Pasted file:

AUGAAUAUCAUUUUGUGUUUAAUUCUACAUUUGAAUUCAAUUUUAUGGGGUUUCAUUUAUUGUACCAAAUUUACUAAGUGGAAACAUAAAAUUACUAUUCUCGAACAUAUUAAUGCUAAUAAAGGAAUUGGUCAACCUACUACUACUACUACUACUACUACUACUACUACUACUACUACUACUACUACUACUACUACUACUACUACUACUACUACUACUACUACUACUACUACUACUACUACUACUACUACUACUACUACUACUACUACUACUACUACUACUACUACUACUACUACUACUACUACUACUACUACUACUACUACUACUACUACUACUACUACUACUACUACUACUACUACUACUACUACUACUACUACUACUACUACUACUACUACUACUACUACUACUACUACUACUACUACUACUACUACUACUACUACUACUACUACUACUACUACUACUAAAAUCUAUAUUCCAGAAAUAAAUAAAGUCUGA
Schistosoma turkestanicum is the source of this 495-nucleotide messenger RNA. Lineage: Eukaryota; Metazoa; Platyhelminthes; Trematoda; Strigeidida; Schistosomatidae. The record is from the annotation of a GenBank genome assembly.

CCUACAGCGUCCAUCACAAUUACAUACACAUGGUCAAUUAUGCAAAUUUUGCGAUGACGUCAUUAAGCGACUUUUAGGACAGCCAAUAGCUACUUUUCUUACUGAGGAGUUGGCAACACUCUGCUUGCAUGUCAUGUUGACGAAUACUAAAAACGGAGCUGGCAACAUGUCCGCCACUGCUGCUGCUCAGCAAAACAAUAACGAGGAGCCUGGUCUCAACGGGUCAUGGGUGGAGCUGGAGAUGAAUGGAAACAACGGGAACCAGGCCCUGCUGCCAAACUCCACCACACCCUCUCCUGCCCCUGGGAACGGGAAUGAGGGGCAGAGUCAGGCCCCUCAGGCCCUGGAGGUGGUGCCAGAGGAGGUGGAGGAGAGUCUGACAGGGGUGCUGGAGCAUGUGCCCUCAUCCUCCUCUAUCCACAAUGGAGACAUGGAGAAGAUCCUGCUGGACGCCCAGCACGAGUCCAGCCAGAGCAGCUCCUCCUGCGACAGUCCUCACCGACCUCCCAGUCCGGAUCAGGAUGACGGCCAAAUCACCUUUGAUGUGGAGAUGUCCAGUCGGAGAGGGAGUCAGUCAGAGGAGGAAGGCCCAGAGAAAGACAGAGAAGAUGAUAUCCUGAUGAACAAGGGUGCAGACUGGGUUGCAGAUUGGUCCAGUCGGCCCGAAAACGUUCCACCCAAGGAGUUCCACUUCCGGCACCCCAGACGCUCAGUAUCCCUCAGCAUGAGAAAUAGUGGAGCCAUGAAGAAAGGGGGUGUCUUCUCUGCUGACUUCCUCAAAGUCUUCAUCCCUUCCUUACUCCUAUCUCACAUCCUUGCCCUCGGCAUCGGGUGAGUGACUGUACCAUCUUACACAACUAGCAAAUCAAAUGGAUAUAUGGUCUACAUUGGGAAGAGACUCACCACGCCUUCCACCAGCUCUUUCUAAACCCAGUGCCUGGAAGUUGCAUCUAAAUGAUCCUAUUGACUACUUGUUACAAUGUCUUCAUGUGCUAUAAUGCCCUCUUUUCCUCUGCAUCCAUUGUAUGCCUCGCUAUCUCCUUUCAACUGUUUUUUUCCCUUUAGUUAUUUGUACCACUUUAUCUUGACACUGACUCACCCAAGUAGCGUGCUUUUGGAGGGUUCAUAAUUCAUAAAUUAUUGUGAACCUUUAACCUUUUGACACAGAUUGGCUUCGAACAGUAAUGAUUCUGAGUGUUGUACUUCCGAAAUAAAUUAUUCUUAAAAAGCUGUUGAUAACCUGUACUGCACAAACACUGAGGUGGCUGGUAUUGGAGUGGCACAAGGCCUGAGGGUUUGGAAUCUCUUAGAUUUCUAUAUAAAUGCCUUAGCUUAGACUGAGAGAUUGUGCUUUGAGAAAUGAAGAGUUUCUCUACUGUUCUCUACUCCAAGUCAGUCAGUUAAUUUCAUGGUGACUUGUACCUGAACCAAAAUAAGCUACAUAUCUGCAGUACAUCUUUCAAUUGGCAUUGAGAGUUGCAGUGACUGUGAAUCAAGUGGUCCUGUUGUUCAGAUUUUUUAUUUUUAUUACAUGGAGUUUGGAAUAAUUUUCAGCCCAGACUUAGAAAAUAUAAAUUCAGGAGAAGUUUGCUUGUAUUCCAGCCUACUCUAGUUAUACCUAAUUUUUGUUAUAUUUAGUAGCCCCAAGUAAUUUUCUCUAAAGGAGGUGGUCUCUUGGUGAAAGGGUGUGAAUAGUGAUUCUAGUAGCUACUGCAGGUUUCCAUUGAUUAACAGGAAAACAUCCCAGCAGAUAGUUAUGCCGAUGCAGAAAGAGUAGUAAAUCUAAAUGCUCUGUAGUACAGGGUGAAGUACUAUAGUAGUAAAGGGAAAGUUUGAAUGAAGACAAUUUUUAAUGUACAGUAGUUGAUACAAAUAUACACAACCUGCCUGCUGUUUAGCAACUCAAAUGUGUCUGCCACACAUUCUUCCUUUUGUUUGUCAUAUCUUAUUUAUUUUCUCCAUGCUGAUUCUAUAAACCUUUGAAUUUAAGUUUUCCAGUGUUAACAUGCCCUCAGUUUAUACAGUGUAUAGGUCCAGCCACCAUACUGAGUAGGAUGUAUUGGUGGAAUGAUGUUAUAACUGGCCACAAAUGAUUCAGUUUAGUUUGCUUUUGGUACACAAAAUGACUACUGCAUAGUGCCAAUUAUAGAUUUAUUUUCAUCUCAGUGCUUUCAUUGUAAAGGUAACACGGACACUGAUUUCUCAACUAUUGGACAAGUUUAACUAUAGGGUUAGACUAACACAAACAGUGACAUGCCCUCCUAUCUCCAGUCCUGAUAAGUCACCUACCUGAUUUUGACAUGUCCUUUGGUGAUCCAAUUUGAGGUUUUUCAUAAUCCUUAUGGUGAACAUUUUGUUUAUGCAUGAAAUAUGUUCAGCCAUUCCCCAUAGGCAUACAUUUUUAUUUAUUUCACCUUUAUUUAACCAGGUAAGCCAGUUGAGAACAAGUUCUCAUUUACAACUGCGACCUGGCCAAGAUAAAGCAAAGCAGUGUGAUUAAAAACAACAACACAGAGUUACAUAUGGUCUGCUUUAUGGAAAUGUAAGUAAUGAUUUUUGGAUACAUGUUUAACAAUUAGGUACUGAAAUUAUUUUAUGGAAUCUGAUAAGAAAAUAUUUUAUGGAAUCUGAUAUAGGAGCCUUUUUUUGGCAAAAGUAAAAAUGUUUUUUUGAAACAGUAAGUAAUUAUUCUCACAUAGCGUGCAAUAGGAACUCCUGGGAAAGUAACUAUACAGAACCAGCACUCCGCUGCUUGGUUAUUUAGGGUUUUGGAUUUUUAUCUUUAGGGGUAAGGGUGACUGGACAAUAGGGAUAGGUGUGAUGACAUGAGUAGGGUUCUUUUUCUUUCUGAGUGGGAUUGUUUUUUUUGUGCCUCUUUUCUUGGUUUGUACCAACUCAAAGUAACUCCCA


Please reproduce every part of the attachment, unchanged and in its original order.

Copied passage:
AUGAAUAUCAUUUUGUGUUUAAUUCUACAUUUGAAUUCAAUUUUAUGGGGUUUCAUUUAUUGUACCAAAUUUACUAAGUGGAAACAUAAAAUUACUAUUCUCGAACAUAUUAAUGCUAAUAAAGGAAUUGGUCAACCUACUACUACUACUACUACUACUACUACUACUACUACUACUACUACUACUACUACUACUACUACUACUACUACUACUACUACUACUACUACUACUACUACUACUACUACUACUACUACUACUACUACUACUACUACUACUACUACUACUACUACUACUACUACUACUACUACUACUACUACUACUACUACUACUACUACUACUACUACUACUACUACUACUACUACUACUACUACUACUACUACUACUACUACUACUACUACUACUACUACUACUACUACUACUACUACUACUACUACUACUACUACUACUACUACUACUACUACUAAAAUCUAUAUUCCAGAAAUAAAUAAAGUCUGA
Schistosoma turkestanicum is the source of this 495-nucleotide messenger RNA. Lineage: Eukaryota; Metazoa; Platyhelminthes; Trematoda; Strigeidida; Schistosomatidae. The record is from the annotation of a GenBank genome assembly.

CCUACAGCGUCCAUCACAAUUACAUACACAUGGUCAAUUAUGCAAAUUUUGCGAUGACGUCAUUAAGCGACUUUUAGGACAGCCAAUAGCUACUUUUCUUACUGAGGAGUUGGCAACACUCUGCUUGCAUGUCAUGUUGACGAAUACUAAAAACGGAGCUGGCAACAUGUCCGCCACUGCUGCUGCUCAGCAAAACAAUAACGAGGAGCCUGGUCUCAACGGGUCAUGGGUGGAGCUGGAGAUGAAUGGAAACAACGGGAACCAGGCCCUGCUGCCAAACUCCACCACACCCUCUCCUGCCCCUGGGAACGGGAAUGAGGGGCAGAGUCAGGCCCCUCAGGCCCUGGAGGUGGUGCCAGAGGAGGUGGAGGAGAGUCUGACAGGGGUGCUGGAGCAUGUGCCCUCAUCCUCCUCUAUCCACAAUGGAGACAUGGAGAAGAUCCUGCUGGACGCCCAGCACGAGUCCAGCCAGAGCAGCUCCUCCUGCGACAGUCCUCACCGACCUCCCAGUCCGGAUCAGGAUGACGGCCAAAUCACCUUUGAUGUGGAGAUGUCCAGUCGGAGAGGGAGUCAGUCAGAGGAGGAAGGCCCAGAGAAAGACAGAGAAGAUGAUAUCCUGAUGAACAAGGGUGCAGACUGGGUUGCAGAUUGGUCCAGUCGGCCCGAAAACGUUCCACCCAAGGAGUUCCACUUCCGGCACCCCAGACGCUCAGUAUCCCUCAGCAUGAGAAAUAGUGGAGCCAUGAAGAAAGGGGGUGUCUUCUCUGCUGACUUCCUCAAAGUCUUCAUCCCUUCCUUACUCCUAUCUCACAUCCUUGCCCUCGGCAUCGGGUGAGUGACUGUACCAUCUUACACAACUAGCAAAUCAAAUGGAUAUAUGGUCUACAUUGGGAAGAGACUCACCACGCCUUCCACCAGCUCUUUCUAAACCCAGUGCCUGGAAGUUGCAUCUAAAUGAUCCUAUUGACUACUUGUUACAAUGUCUUCAUGUGCUAUAAUGCCCUCUUUUCCUCUGCAUCCAUUGUAUGCCUCGCUAUCUCCUUUCAACUGUUUUUUUCCCUUUAGUUAUUUGUACCACUUUAUCUUGACACUGACUCACCCAAGUAGCGUGCUUUUGGAGGGUUCAUAAUUCAUAAAUUAUUGUGAACCUUUAACCUUUUGACACAGAUUGGCUUCGAACAGUAAUGAUUCUGAGUGUUGUACUUCCGAAAUAAAUUAUUCUUAAAAAGCUGUUGAUAACCUGUACUGCACAAACACUGAGGUGGCUGGUAUUGGAGUGGCACAAGGCCUGAGGGUUUGGAAUCUCUUAGAUUUCUAUAUAAAUGCCUUAGCUUAGACUGAGAGAUUGUGCUUUGAGAAAUGAAGAGUUUCUCUACUGUUCUCUACUCCAAGUCAGUCAGUUAAUUUCAUGGUGACUUGUACCUGAACCAAAAUAAGCUACAUAUCUGCAGUACAUCUUUCAAUUGGCAUUGAGAGUUGCAGUGACUGUGAAUCAAGUGGUCCUGUUGUUCAGAUUUUUUAUUUUUAUUACAUGGAGUUUGGAAUAAUUUUCAGCCCAGACUUAGAAAAUAUAAAUUCAGGAGAAGUUUGCUUGUAUUCCAGCCUACUCUAGUUAUACCUAAUUUUUGUUAUAUUUAGUAGCCCCAAGUAAUUUUCUCUAAAGGAGGUGGUCUCUUGGUGAAAGGGUGUGAAUAGUGAUUCUAGUAGCUACUGCAGGUUUCCAUUGAUUAACAGGAAAACAUCCCAGCAGAUAGUUAUGCCGAUGCAGAAAGAGUAGUAAAUCUAAAUGCUCUGUAGUACAGGGUGAAGUACUAUAGUAGUAAAGGGAAAGUUUGAAUGAAGACAAUUUUUAAUGUACAGUAGUUGAUACAAAUAUACACAACCUGCCUGCUGUUUAGCAACUCAAAUGUGUCUGCCACACAUUCUUCCUUUUGUUUGUCAUAUCUUAUUUAUUUUCUCCAUGCUGAUUCUAUAAACCUUUGAAUUUAAGUUUUCCAGUGUUAACAUGCCCUCAGUUUAUACAGUGUAUAGGUCCAGCCACCAUACUGAGUAGGAUGUAUUGGUGGAAUGAUGUUAUAACUGGCCACAAAUGAUUCAGUUUAGUUUGCUUUUGGUACACAAAAUGACUACUGCAUAGUGCCAAUUAUAGAUUUAUUUUCAUCUCAGUGCUUUCAUUGUAAAGGUAACACGGACACUGAUUUCUCAACUAUUGGACAAGUUUAACUAUAGGGUUAGACUAACACAAACAGUGACAUGCCCUCCUAUCUCCAGUCCUGAUAAGUCACCUACCUGAUUUUGACAUGUCCUUUGGUGAUCCAAUUUGAGGUUUUUCAUAAUCCUUAUGGUGAACAUUUUGUUUAUGCAUGAAAUAUGUUCAGCCAUUCCCCAUAGGCAUACAUUUUUAUUUAUUUCACCUUUAUUUAACCAGGUAAGCCAGUUGAGAACAAGUUCUCAUUUACAACUGCGACCUGGCCAAGAUAAAGCAAAGCAGUGUGAUUAAAAACAACAACACAGAGUUACAUAUGGUCUGCUUUAUGGAAAUGUAAGUAAUGAUUUUUGGAUACAUGUUUAACAAUUAGGUACUGAAAUUAUUUUAUGGAAUCUGAUAAGAAAAUAUUUUAUGGAAUCUGAUAUAGGAGCCUUUUUUUGGCAAAAGUAAAAAUGUUUUUUUGAAACAGUAAGUAAUUAUUCUCACAUAGCGUGCAAUAGGAACUCCUGGGAAAGUAACUAUACAGAACCAGCACUCCGCUGCUUGGUUAUUUAGGGUUUUGGAUUUUUAUCUUUAGGGGUAAGGGUGACUGGACAAUAGGGAUAGGUGUGAUGACAUGAGUAGGGUUCUUUUUCUUUCUGAGUGGGAUUGUUUUUUUUGUGCCUCUUUUCUUGGUUUGUACCAACUCAAAGUAACUCCCA